fire on a cruise from Miami to Nassau. These disasters prompted the 1965 Safety

of Life at Sea treaty, and a new resolve by the Coast Guard to enforce safety

rules that required overnight passenger ships to be built with nonflammable



The Delta Queen would have been relegated to day cruises soon after if Rep.

Edward Garmatz, D-Md., chairman of the House Merchant Marine and Fisheries

Committee, had had his way.


In a letter to House members in 1970 with hand-drawn skulls and crossbones,

Garmatz wrote: "I hope the Delta Queen never burns. But if it does, the blood

will be on Congress, not on the expert agencies which told us to stop the



But a campaign that included Vicki Webster, of St. Louis, who worked in the

Richard M. Nixon White House at the time, along with Johnny Cash and other

notables, won an exemption from Coast Guard rules. Rep. Leonor K. Sullivan,

D-St. Louis, succeeded Garmatz as chairman of the House committee and fought to

retain the exemption.


Webster is upset now by what she calls "the stupidity of it all. It's a typical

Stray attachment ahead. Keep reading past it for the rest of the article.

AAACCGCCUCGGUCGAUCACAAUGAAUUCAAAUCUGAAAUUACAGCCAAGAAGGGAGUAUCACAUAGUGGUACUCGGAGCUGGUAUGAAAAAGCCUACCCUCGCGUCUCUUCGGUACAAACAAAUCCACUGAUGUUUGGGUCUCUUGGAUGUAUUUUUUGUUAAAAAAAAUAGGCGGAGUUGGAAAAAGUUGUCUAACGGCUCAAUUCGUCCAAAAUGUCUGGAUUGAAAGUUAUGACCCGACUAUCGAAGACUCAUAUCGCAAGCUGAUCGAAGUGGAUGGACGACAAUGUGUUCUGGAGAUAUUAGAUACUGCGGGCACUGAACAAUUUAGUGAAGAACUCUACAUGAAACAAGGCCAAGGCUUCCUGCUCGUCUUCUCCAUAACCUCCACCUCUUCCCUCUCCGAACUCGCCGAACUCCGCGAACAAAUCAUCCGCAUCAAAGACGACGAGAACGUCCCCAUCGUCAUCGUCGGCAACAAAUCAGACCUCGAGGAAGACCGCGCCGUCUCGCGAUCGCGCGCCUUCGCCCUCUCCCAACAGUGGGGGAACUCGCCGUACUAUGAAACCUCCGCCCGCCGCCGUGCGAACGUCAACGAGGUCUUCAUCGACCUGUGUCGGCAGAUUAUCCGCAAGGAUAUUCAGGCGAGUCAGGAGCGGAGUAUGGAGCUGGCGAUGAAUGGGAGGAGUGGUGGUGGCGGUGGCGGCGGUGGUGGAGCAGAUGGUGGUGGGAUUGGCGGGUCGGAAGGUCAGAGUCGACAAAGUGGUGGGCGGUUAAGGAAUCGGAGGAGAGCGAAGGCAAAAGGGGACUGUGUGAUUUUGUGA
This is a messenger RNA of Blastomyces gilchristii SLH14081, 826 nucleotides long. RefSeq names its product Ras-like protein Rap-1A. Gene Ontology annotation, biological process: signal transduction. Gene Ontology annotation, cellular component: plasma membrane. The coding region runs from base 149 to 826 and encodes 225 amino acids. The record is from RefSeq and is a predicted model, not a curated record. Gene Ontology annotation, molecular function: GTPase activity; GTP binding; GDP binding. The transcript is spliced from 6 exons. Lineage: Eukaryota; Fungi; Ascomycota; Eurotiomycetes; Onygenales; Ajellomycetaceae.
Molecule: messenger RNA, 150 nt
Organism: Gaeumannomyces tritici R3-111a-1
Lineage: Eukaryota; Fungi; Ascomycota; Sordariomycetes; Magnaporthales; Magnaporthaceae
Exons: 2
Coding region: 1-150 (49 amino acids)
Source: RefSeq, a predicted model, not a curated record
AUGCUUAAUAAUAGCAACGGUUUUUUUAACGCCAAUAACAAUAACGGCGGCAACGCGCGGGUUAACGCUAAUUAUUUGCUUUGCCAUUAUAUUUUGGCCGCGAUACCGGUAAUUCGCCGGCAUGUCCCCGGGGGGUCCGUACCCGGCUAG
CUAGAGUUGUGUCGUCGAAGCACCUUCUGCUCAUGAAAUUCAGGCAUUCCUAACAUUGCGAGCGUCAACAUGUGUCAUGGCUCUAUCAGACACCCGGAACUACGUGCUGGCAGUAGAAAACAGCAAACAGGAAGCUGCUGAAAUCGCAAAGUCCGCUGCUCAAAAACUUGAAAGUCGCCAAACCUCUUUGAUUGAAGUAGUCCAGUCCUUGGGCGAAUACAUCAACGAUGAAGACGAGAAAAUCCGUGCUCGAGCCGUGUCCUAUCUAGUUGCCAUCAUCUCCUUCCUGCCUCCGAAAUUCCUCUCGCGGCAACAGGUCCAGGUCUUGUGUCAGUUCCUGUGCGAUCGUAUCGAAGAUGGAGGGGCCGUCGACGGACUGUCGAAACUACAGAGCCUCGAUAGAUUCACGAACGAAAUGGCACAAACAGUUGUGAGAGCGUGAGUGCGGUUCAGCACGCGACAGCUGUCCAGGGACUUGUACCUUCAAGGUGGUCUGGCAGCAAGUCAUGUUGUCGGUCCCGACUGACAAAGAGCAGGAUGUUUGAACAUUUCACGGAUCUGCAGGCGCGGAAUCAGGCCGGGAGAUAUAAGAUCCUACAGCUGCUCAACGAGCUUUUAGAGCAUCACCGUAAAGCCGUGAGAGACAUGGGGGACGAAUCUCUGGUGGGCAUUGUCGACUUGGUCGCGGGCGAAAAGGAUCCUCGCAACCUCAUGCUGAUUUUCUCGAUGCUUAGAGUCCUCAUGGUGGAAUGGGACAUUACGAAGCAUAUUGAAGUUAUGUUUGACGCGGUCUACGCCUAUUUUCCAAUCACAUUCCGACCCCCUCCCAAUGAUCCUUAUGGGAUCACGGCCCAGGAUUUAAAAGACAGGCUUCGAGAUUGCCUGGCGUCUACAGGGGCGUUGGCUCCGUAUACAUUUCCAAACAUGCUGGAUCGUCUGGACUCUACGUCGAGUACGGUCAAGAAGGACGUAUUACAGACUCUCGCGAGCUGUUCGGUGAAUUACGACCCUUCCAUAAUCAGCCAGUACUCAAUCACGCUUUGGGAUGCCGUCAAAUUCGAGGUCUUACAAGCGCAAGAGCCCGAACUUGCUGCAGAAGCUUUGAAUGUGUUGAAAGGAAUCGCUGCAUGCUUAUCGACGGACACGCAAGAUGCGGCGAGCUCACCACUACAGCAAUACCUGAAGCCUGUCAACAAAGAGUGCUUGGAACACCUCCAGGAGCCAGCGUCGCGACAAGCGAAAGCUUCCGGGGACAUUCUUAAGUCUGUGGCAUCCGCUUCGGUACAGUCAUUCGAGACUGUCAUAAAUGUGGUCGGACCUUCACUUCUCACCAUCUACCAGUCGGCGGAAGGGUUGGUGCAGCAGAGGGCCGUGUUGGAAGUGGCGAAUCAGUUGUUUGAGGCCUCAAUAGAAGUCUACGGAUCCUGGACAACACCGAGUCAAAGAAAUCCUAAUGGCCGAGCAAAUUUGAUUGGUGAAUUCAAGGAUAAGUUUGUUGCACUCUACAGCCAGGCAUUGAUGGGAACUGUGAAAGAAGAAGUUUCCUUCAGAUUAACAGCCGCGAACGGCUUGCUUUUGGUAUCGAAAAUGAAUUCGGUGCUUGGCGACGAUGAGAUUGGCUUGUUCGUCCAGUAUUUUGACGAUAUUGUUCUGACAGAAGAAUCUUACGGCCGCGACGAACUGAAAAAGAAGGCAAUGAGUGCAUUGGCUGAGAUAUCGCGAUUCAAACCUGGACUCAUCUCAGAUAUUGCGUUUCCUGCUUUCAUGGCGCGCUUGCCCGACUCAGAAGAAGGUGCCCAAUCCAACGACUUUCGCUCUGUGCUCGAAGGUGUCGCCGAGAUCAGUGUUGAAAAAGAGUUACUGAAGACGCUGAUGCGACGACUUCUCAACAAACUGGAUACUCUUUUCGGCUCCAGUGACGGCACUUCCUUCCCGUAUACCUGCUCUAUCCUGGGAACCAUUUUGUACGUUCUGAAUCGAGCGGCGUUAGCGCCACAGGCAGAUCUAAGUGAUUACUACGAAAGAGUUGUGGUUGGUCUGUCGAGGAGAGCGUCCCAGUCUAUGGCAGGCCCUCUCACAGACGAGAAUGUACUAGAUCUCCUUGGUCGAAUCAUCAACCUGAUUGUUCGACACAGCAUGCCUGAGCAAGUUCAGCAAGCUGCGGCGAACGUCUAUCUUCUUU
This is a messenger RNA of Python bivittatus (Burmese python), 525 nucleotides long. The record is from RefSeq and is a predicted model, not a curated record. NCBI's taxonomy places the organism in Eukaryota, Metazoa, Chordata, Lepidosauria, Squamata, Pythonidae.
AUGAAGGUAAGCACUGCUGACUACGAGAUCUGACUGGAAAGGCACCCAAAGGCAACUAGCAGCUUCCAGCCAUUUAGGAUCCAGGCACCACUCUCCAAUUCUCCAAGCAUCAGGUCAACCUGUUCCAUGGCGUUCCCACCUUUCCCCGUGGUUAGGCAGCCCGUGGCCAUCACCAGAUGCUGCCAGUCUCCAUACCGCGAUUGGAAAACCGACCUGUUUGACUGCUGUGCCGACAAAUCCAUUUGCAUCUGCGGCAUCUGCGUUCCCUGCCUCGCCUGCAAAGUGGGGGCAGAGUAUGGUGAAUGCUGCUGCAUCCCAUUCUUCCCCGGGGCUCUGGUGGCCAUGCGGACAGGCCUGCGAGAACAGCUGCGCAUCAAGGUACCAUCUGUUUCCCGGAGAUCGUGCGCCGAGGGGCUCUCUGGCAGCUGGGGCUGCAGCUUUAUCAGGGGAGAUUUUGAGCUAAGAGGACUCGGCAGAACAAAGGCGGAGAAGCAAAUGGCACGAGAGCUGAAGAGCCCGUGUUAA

case of people wanting to be protected from Day One from harm. You might have

to ride on planes and buses and streetcars from time to time. But nobody has to

ride on the Delta Queen."




The Coast Guard didn't support the exemption then and doesn't now, reiterating

in a statement last week that the exemption would pose "an unacceptable risk."

The statement adds that the Delta Queen still could make sightseeing runs and

voyages without overnight guests.


The vessel is subject to frequent inspections. For instance, records show that

the Coast Guard found improper wiring "creating a possible fire hazard" in an

inspection in February in New Orleans. It was later fixed.


Majestic America Line, which has an office in St. Louis, argues that training,

sprinklers and various fire and smoke detection devices provide ample

protection for passengers. The company insists that it lobbied vigorously to

retain the exemption and didn't declare the cause lost until Oberstar and his